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Tom Busse lives in Northwest Portland. He calls for better HIV health messaging.

Tom BussePharmaceutical company Gilead Sciences is broadcasting "PrEP Up Step Up" television ads in the Portland media market.

"PrEP" stands for Pre-Exposure Prophylaxis — a new trend of prescribing daily chemotherapy to HIV-negative gay men in a belief this will prevent HIV seroconversion. As of 2018, 5,011 Oregonians were prescribed PrEP charged to various taxpayer-funded programs at a retail price of $1,800 a month. This represents about $108,200,000 in public funds annually accruing to Gilead Sciences to buy drugs for people who are not sick.

I recently downloaded and logged into a gay "hook-up app." Of the first 16 men on the app, 15 disclosed, "I am taking PrEP."

As a former activist with ACT-UP, I had been skeptical of PrEP since its rushed 2012 FDA approval. In markets where PrEP use has increased, public health departments are seeing an uptick in STIs in gay men — especially syphilis. This indicates PrEP is substituting for condoms. The FDA's PrEP indications are limited to "high-risk gay men" who are required to be counseled in comprehensive risk reduction (i.e. told to use condoms).

Unlike the ads on the television, the Oregon Health Authority's website mentions nothing about side effects. This is a problem in public health messaging because it blurs the line between pharmaceutical marketing and patient education. Oregon's major AIDS service organizations receive funding from PrEP's manufacturer, and The Lund Report indicates pharmaceutical manufacturers put $277,000 into Oregon political campaigns.

Until 2019, the FDA prohibited Gilead from advertising PrEP due to an FDA "Risk Evaluation and Mitigation Strategy"; therefore, Gilead turned to third parties such as the Cascade AIDS Project to promote the drugs. These are "Black Box Drugs" meaning when taken at normal doses, they can be lethal, because they have killed others. Public health agencies are not required to disclose black box conditions and side effects on their websites. They are also not required to be accurate in safety and efficacy claims.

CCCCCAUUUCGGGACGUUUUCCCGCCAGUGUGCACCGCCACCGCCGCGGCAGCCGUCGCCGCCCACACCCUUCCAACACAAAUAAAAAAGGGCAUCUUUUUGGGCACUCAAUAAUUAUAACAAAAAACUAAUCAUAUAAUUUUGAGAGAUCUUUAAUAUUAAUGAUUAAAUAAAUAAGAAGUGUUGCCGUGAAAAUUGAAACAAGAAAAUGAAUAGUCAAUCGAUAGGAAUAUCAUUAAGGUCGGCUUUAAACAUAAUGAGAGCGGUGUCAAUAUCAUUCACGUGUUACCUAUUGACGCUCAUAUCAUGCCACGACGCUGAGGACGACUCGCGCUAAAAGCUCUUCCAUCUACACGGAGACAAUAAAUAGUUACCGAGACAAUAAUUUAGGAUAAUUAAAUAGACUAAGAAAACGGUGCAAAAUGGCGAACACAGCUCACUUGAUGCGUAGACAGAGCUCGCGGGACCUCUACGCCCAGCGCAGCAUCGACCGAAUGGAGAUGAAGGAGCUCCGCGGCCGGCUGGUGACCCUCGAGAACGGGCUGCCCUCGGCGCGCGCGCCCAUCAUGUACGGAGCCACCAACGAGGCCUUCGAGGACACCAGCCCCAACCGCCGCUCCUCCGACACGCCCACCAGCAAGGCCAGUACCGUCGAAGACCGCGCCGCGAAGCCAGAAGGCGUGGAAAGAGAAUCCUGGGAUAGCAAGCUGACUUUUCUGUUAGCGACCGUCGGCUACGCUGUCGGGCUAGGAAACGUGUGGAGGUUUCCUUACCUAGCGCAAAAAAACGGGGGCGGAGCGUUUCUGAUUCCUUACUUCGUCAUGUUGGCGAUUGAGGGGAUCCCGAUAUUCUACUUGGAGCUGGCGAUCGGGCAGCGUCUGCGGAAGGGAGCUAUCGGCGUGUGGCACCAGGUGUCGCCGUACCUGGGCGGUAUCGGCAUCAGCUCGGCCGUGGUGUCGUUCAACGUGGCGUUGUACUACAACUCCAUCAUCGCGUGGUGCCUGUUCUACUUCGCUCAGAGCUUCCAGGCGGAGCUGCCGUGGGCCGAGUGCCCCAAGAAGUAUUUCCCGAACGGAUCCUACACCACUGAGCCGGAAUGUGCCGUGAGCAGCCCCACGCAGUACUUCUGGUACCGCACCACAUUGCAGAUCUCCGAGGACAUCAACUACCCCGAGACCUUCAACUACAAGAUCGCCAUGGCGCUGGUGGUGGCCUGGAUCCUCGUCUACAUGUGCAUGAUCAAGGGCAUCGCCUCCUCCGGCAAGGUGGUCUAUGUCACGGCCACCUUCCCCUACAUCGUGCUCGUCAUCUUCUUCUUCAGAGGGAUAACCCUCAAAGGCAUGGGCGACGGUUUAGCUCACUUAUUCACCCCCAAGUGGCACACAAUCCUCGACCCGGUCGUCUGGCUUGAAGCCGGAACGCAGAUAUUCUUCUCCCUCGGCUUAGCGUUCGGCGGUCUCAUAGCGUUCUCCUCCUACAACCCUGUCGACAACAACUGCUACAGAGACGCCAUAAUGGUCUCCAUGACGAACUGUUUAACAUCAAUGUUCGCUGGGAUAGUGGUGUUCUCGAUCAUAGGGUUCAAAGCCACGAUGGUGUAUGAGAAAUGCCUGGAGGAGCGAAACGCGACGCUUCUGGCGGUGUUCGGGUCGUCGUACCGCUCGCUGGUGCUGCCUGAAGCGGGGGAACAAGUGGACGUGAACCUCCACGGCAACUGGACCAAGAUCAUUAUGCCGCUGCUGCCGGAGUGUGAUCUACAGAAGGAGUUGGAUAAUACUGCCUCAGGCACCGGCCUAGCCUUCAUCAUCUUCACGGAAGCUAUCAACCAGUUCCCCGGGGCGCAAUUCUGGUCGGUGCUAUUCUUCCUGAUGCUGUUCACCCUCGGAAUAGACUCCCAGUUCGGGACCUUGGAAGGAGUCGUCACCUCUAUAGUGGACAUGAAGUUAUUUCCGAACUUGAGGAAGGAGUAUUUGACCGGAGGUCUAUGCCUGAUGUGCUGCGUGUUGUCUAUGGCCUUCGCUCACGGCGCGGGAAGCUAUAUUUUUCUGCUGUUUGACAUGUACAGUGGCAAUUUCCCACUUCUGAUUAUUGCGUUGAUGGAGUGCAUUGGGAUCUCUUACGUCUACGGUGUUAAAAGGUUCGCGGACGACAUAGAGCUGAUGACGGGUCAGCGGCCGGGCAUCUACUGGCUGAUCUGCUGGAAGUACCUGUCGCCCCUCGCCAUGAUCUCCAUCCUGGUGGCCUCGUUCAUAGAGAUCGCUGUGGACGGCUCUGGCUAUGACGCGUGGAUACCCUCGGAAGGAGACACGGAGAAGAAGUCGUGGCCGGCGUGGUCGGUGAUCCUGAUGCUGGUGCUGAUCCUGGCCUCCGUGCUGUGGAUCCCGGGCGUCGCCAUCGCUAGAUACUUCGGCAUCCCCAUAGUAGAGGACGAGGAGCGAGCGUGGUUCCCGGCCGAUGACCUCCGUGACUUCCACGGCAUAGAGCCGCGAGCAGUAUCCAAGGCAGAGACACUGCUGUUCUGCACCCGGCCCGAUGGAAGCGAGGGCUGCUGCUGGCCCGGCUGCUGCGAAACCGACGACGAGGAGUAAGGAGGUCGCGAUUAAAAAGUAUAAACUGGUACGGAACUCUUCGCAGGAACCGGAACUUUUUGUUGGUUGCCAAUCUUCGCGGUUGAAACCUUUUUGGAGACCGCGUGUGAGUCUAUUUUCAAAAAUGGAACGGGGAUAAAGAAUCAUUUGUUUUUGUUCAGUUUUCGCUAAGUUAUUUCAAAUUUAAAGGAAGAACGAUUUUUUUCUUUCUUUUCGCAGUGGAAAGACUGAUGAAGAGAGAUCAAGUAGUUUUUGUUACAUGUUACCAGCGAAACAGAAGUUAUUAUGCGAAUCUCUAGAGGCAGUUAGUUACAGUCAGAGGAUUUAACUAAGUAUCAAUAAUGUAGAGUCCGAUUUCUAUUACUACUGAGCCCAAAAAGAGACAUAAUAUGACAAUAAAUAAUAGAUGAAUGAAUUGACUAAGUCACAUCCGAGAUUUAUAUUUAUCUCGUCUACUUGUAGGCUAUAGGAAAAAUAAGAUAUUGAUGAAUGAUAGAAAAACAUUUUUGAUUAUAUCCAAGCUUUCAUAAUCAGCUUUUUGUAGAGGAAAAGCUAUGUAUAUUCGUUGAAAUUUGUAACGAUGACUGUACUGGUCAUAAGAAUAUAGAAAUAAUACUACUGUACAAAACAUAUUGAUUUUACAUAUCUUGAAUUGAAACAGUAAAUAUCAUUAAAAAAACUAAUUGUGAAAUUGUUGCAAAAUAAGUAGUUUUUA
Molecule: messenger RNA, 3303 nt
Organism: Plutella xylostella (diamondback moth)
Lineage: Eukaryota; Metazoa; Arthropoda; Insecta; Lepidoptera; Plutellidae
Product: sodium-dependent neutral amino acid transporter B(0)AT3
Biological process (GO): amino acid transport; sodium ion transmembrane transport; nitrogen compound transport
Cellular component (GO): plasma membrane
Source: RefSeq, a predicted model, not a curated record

To illustrate the problem: The websites of the Cascade AIDS Project and the Oregon Health Authority claim PrEP is "99% Effective." The website of the Oregon HIV Alliance states PrEP "can reduce the risk of sexually acquired HIV infection by more than 90%." The training materials of the Oregon AIDS Education & Training Center state, "PrEP is more than 90% effective at preventing HIV."

The FDA-approved package insert states: "In a key controlled clinical trial [PrEP] was shown to reduce the risk of HIV-1 infection acquisition by 42% for high risk men who have sex with men who also received comprehensive prevention services."

Gilead makes no efficacy claims on television. Two placebo controlled studies (VOICE and FEMPrEP) conducted before PrEP's approval but published five years later found PrEP to be completely ineffective. The 99% statistic came from the CDC website, which looked at uncontrolled Gilead-funded observational studies.

Drug efficacy can only be determined through placebo-controlled clinical trials, and the Oregon Administrative Rule 581-022-1440 requires OHA and publicly funded NGO health education materials be "medically accurate" and base their statements on the scientific method — true placebo-controlled trials of the type reviewed by the FDA.

The difference between 43% efficacy and 99% efficacy is considerable, and it can lead to risky behavior or a false sense of security. As a matter of policy, public service messaging about drugs really should conform to FDA marketing standards.

Still, in the context of a quick hook-up on an app, who really looks at the package insert to read, "the long term effects of [PrEP] are unknown"?

Tom Busse of Northwest Portland is an activist with Multnomah Libertarians and formerly with ACT-UP/Golden Gate.

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